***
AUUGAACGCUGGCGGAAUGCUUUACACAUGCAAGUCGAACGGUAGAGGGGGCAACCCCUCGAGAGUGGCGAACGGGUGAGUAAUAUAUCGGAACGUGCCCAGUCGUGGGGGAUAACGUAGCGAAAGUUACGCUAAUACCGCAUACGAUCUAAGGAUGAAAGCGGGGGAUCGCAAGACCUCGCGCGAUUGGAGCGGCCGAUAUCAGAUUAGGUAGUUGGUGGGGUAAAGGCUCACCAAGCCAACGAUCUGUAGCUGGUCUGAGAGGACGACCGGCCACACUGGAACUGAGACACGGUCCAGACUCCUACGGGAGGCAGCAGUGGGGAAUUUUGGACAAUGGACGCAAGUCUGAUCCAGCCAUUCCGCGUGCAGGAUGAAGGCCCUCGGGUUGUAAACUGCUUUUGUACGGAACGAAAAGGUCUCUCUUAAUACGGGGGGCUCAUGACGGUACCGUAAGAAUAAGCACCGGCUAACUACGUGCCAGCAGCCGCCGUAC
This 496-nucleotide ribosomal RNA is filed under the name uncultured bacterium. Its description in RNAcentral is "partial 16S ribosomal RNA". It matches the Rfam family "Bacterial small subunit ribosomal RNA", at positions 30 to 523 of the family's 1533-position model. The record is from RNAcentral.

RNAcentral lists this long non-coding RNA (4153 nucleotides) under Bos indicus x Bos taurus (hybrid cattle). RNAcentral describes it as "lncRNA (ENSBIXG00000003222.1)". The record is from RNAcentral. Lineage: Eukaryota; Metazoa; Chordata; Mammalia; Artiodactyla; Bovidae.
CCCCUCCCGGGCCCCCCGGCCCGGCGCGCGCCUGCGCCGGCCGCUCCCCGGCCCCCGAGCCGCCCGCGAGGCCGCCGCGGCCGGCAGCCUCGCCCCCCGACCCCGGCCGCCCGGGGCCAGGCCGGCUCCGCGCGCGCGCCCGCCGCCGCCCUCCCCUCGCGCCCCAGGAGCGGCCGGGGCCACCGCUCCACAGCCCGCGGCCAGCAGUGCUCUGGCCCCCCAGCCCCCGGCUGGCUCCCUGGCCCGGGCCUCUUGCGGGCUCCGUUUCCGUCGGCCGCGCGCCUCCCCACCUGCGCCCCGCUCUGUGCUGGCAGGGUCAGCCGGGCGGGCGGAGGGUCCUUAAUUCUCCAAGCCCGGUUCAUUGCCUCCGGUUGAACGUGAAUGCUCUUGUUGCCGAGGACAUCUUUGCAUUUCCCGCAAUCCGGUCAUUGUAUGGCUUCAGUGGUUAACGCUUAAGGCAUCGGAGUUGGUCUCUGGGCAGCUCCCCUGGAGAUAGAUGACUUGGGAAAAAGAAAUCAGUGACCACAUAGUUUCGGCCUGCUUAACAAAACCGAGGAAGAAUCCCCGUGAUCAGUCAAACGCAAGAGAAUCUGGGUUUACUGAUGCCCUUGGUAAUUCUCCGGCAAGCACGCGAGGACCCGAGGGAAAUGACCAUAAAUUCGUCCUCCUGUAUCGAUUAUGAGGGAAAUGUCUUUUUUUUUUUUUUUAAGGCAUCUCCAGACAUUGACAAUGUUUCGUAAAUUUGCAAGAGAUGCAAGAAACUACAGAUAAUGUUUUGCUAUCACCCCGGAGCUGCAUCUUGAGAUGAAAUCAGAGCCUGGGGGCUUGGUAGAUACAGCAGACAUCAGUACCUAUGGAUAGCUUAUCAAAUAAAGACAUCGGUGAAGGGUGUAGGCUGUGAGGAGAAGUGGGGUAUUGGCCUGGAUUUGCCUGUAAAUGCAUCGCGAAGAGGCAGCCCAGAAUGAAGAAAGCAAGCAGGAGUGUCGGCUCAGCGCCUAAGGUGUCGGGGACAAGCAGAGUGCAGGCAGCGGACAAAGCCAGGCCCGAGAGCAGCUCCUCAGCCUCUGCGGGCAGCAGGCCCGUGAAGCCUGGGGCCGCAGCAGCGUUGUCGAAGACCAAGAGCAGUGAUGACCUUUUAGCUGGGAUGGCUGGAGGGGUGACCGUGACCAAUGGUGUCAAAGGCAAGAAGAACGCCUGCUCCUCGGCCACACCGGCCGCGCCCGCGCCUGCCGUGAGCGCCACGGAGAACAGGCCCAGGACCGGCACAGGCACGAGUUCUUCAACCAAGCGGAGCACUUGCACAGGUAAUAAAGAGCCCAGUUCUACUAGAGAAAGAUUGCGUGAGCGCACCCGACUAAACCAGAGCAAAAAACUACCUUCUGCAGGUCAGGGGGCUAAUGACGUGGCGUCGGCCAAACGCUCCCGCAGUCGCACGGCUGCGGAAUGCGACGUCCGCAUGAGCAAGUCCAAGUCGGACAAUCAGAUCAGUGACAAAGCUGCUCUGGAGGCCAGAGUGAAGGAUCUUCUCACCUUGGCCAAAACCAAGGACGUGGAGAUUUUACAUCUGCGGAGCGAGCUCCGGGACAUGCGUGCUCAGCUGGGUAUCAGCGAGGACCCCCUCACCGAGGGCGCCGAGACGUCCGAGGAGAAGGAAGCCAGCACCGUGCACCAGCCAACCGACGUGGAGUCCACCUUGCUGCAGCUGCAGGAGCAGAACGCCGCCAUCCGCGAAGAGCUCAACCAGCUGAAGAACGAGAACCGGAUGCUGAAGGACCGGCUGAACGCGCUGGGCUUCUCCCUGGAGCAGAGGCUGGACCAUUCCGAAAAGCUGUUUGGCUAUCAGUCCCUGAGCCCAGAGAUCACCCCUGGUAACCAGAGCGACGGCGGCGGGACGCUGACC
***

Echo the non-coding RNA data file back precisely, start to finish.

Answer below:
AUUGAACGCUGGCGGAAUGCUUUACACAUGCAAGUCGAACGGUAGAGGGGGCAACCCCUCGAGAGUGGCGAACGGGUGAGUAAUAUAUCGGAACGUGCCCAGUCGUGGGGGAUAACGUAGCGAAAGUUACGCUAAUACCGCAUACGAUCUAAGGAUGAAAGCGGGGGAUCGCAAGACCUCGCGCGAUUGGAGCGGCCGAUAUCAGAUUAGGUAGUUGGUGGGGUAAAGGCUCACCAAGCCAACGAUCUGUAGCUGGUCUGAGAGGACGACCGGCCACACUGGAACUGAGACACGGUCCAGACUCCUACGGGAGGCAGCAGUGGGGAAUUUUGGACAAUGGACGCAAGUCUGAUCCAGCCAUUCCGCGUGCAGGAUGAAGGCCCUCGGGUUGUAAACUGCUUUUGUACGGAACGAAAAGGUCUCUCUUAAUACGGGGGGCUCAUGACGGUACCGUAAGAAUAAGCACCGGCUAACUACGUGCCAGCAGCCGCCGUAC
This 496-nucleotide ribosomal RNA is filed under the name uncultured bacterium. Its description in RNAcentral is "partial 16S ribosomal RNA". It matches the Rfam family "Bacterial small subunit ribosomal RNA", at positions 30 to 523 of the family's 1533-position model. The record is from RNAcentral.

RNAcentral lists this long non-coding RNA (4153 nucleotides) under Bos indicus x Bos taurus (hybrid cattle). RNAcentral describes it as "lncRNA (ENSBIXG00000003222.1)". The record is from RNAcentral. Lineage: Eukaryota; Metazoa; Chordata; Mammalia; Artiodactyla; Bovidae.
CCCCUCCCGGGCCCCCCGGCCCGGCGCGCGCCUGCGCCGGCCGCUCCCCGGCCCCCGAGCCGCCCGCGAGGCCGCCGCGGCCGGCAGCCUCGCCCCCCGACCCCGGCCGCCCGGGGCCAGGCCGGCUCCGCGCGCGCGCCCGCCGCCGCCCUCCCCUCGCGCCCCAGGAGCGGCCGGGGCCACCGCUCCACAGCCCGCGGCCAGCAGUGCUCUGGCCCCCCAGCCCCCGGCUGGCUCCCUGGCCCGGGCCUCUUGCGGGCUCCGUUUCCGUCGGCCGCGCGCCUCCCCACCUGCGCCCCGCUCUGUGCUGGCAGGGUCAGCCGGGCGGGCGGAGGGUCCUUAAUUCUCCAAGCCCGGUUCAUUGCCUCCGGUUGAACGUGAAUGCUCUUGUUGCCGAGGACAUCUUUGCAUUUCCCGCAAUCCGGUCAUUGUAUGGCUUCAGUGGUUAACGCUUAAGGCAUCGGAGUUGGUCUCUGGGCAGCUCCCCUGGAGAUAGAUGACUUGGGAAAAAGAAAUCAGUGACCACAUAGUUUCGGCCUGCUUAACAAAACCGAGGAAGAAUCCCCGUGAUCAGUCAAACGCAAGAGAAUCUGGGUUUACUGAUGCCCUUGGUAAUUCUCCGGCAAGCACGCGAGGACCCGAGGGAAAUGACCAUAAAUUCGUCCUCCUGUAUCGAUUAUGAGGGAAAUGUCUUUUUUUUUUUUUUUAAGGCAUCUCCAGACAUUGACAAUGUUUCGUAAAUUUGCAAGAGAUGCAAGAAACUACAGAUAAUGUUUUGCUAUCACCCCGGAGCUGCAUCUUGAGAUGAAAUCAGAGCCUGGGGGCUUGGUAGAUACAGCAGACAUCAGUACCUAUGGAUAGCUUAUCAAAUAAAGACAUCGGUGAAGGGUGUAGGCUGUGAGGAGAAGUGGGGUAUUGGCCUGGAUUUGCCUGUAAAUGCAUCGCGAAGAGGCAGCCCAGAAUGAAGAAAGCAAGCAGGAGUGUCGGCUCAGCGCCUAAGGUGUCGGGGACAAGCAGAGUGCAGGCAGCGGACAAAGCCAGGCCCGAGAGCAGCUCCUCAGCCUCUGCGGGCAGCAGGCCCGUGAAGCCUGGGGCCGCAGCAGCGUUGUCGAAGACCAAGAGCAGUGAUGACCUUUUAGCUGGGAUGGCUGGAGGGGUGACCGUGACCAAUGGUGUCAAAGGCAAGAAGAACGCCUGCUCCUCGGCCACACCGGCCGCGCCCGCGCCUGCCGUGAGCGCCACGGAGAACAGGCCCAGGACCGGCACAGGCACGAGUUCUUCAACCAAGCGGAGCACUUGCACAGGUAAUAAAGAGCCCAGUUCUACUAGAGAAAGAUUGCGUGAGCGCACCCGACUAAACCAGAGCAAAAAACUACCUUCUGCAGGUCAGGGGGCUAAUGACGUGGCGUCGGCCAAACGCUCCCGCAGUCGCACGGCUGCGGAAUGCGACGUCCGCAUGAGCAAGUCCAAGUCGGACAAUCAGAUCAGUGACAAAGCUGCUCUGGAGGCCAGAGUGAAGGAUCUUCUCACCUUGGCCAAAACCAAGGACGUGGAGAUUUUACAUCUGCGGAGCGAGCUCCGGGACAUGCGUGCUCAGCUGGGUAUCAGCGAGGACCCCCUCACCGAGGGCGCCGAGACGUCCGAGGAGAAGGAAGCCAGCACCGUGCACCAGCCAACCGACGUGGAGUCCACCUUGCUGCAGCUGCAGGAGCAGAACGCCGCCAUCCGCGAAGAGCUCAACCAGCUGAAGAACGAGAACCGGAUGCUGAAGGACCGGCUGAACGCGCUGGGCUUCUCCCUGGAGCAGAGGCUGGACCAUUCCGAAAAGCUGUUUGGCUAUCAGUCCCUGAGCCCAGAGAUCACCCCUGGUAACCAGAGCGACGGCGGCGGGACGCUGACC